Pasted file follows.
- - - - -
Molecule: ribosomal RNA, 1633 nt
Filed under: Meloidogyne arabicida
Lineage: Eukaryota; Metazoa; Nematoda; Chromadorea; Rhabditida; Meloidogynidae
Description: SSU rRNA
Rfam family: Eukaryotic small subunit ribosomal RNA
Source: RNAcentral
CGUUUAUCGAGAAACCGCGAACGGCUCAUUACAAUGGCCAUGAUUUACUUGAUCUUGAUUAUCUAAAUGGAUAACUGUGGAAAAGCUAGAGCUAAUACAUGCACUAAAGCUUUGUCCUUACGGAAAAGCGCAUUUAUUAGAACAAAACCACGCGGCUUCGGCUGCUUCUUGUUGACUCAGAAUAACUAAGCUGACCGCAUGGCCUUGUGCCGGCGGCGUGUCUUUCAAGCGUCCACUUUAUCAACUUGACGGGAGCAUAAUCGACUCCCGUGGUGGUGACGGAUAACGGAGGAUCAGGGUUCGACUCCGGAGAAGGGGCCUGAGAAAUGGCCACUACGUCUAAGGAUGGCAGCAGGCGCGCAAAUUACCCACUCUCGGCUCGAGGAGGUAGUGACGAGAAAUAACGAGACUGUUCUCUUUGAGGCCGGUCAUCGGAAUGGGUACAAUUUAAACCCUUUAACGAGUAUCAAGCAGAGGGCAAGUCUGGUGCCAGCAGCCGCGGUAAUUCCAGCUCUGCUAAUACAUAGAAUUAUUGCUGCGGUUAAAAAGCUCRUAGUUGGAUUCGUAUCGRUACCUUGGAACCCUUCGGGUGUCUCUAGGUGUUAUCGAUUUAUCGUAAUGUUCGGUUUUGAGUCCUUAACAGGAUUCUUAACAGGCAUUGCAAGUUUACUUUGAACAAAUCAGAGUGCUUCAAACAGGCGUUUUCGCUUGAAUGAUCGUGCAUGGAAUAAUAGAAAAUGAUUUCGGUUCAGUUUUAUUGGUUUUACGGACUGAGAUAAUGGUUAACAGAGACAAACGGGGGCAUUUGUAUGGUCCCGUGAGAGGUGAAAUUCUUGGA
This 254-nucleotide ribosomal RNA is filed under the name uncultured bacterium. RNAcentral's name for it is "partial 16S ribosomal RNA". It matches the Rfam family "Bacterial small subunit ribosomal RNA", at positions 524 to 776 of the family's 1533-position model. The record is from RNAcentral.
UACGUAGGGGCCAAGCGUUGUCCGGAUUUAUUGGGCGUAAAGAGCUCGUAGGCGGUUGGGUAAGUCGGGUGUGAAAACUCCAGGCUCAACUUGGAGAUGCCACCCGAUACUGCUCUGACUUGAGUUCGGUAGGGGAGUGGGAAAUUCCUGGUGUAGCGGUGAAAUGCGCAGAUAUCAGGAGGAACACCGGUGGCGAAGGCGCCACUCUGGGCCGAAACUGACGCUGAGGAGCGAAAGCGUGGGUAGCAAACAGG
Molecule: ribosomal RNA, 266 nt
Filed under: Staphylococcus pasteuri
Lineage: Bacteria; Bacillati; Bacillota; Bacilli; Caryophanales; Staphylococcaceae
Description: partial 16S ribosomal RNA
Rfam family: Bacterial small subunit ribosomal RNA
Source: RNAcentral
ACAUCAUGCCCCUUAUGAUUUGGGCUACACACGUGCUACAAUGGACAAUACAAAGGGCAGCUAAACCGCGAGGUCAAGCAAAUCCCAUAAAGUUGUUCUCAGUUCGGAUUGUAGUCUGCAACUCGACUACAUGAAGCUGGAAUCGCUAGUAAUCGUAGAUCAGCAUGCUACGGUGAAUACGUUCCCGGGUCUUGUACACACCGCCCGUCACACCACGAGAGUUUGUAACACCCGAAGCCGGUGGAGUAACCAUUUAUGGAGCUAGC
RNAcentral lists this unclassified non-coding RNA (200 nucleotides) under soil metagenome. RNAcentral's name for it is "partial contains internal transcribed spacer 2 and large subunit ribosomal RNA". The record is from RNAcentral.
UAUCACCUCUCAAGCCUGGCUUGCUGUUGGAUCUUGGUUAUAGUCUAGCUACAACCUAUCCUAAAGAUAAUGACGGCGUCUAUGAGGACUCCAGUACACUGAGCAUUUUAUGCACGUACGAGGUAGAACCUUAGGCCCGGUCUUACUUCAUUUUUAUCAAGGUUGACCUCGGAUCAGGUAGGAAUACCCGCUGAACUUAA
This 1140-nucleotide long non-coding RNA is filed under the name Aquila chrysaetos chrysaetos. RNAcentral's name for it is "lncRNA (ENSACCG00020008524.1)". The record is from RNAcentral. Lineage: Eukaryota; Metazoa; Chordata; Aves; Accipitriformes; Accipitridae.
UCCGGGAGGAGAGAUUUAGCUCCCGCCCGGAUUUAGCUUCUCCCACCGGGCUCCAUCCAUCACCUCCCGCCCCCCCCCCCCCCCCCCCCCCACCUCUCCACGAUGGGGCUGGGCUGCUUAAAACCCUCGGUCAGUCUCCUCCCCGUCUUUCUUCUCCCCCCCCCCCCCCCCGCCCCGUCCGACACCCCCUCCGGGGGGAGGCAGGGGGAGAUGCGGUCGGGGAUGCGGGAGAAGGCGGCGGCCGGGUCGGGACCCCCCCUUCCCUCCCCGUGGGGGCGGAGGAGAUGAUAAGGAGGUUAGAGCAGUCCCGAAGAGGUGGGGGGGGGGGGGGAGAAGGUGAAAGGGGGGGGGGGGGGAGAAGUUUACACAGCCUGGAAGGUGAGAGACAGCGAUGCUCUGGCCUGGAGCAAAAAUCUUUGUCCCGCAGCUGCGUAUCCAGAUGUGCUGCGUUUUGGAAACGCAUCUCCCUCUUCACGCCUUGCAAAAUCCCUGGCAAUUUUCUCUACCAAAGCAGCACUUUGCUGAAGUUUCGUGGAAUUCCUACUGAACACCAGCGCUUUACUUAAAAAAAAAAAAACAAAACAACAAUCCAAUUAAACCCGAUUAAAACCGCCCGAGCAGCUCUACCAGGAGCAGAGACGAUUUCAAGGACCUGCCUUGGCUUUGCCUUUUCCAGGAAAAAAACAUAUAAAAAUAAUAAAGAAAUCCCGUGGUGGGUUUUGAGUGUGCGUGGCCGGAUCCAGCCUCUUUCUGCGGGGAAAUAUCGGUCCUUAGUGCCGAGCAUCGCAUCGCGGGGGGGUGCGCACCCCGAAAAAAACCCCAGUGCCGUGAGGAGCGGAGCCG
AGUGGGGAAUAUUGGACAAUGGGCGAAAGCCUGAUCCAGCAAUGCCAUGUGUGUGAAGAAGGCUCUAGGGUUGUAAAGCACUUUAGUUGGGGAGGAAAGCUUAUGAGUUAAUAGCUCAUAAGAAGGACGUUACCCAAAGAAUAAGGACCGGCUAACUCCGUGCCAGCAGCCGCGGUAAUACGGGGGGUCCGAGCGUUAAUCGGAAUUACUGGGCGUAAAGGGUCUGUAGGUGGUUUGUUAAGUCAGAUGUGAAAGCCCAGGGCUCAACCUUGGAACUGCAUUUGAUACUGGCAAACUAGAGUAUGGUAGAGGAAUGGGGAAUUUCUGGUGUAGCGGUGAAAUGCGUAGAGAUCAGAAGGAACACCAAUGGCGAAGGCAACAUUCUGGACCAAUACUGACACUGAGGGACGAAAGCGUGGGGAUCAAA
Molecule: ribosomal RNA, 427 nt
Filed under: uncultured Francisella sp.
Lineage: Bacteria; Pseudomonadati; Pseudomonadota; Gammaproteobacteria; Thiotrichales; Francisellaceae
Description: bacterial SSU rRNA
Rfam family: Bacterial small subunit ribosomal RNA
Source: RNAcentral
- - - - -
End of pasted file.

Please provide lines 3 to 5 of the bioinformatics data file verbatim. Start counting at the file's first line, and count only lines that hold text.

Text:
Lineage: Eukaryota; Metazoa; Nematoda; Chromadorea; Rhabditida; Meloidogynidae
Description: SSU rRNA
Rfam family: Eukaryotic small subunit ribosomal RNA